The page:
In case you left the office on Friday for a weekend in the woods and are wondering why the sky is falling this fine Monday morn, Standard & Poor’s has downgraded the long-term sovereign credit rating of the United States from AAA to AA+.
What does it all mean? How did it come to this? As usual, the answer depends on who you ask, which might mean no one really knows, but who would be qualified to say?
The problem with taking this as seriously as one might was summed up by Ezra Klein in the Washington Post:
Standard Poor’s didn’t just miss the bubble. They helped cause it. They were paid by the banks to award their AAA-stamp of approval to all manner of financial products that were anything but riskless — which, ironically, makes them an accessory to the resulting explosion of U.S. debt. You’ve heard the old joke about chutzpah being a young man who murders his parents and then pleads for leniency because he’s an orphan? S&P has chutzpah. All the credit-rating agencies do. It’s built into their business, which requires them to assess the stability of markets they helped crash. It’s long been my position that the credit-rating agency model is broken and, at times, dangerous, and investors need to pay less attention to their pronouncements.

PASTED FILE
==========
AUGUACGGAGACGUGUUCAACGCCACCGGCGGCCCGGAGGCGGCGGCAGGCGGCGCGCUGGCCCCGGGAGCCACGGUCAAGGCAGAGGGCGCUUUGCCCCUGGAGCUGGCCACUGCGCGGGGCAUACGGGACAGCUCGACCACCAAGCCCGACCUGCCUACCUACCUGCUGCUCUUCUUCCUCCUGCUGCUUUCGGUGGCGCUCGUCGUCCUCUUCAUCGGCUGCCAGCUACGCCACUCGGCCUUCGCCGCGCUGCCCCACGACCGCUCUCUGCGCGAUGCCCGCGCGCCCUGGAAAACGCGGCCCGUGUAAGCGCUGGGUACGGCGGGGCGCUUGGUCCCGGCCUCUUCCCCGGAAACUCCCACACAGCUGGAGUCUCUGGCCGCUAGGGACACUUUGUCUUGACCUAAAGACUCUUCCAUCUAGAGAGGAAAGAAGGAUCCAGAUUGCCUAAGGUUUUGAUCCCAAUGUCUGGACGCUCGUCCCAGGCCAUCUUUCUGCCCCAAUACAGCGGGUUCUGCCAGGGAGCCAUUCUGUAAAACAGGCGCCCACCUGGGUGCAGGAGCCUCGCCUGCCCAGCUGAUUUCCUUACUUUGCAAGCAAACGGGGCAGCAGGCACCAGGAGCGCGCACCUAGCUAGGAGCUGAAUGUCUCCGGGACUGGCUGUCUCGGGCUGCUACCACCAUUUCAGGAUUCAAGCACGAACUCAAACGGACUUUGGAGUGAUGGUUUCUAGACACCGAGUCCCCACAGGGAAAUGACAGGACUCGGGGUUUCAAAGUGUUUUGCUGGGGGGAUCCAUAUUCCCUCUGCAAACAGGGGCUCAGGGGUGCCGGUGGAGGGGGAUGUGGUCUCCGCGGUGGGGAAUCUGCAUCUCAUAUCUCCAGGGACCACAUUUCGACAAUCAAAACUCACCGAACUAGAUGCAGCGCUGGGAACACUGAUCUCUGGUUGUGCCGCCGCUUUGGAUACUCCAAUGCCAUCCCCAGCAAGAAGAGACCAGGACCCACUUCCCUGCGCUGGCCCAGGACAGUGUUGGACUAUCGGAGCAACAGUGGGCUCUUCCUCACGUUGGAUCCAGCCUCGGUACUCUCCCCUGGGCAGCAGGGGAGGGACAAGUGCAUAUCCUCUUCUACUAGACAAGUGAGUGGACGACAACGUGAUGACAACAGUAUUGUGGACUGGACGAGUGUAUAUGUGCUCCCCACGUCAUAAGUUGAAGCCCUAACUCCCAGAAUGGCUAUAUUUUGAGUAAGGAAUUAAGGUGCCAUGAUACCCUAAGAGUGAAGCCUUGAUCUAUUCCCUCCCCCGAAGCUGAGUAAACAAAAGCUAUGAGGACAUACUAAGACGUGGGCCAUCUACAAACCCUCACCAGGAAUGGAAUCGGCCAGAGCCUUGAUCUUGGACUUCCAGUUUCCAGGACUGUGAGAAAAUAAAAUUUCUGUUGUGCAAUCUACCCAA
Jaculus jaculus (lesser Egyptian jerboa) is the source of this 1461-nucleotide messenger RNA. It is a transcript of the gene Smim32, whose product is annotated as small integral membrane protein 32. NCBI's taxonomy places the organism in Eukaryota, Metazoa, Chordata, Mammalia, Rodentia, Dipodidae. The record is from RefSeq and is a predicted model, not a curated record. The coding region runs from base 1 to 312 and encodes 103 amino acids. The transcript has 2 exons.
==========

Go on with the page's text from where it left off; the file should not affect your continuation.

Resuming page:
It makes it feel like (bad) theater, or simply a publicity stunt, but so have the actions of the U.S. government, as S&P pointed out:
The political brinksmanship of recent months highlights what we see as America’s governance and policymaking becoming less stable, less effective, and less predictable than what we previously believed. The statutory debt ceiling and the threat of default have become political bargaining chips in the debate over fiscal policy.
Sure, it’s no longer clear who Congress is representing, but S&P shouldn’t be the source of the complaint.
As far as Ape Con Myth is concerned though, the major rating agencies showed their lack of judgment on the day they picked their names, which are all right up there with Okay Cleaners and Three Star Muffler.
Standard – 1b – sound and usable but not of top quality
Poor – 2A – less than adequate
Moody – 2 – subject to moods : temperamental
Fitch – 1 – polecat (any of several carnivorous mammals of the weasel family)
If you want theater, hire more playwrights.
Ape Con Myth
P.S. Perhaps actors should completely replace politicians. They know the rule: The show must go on!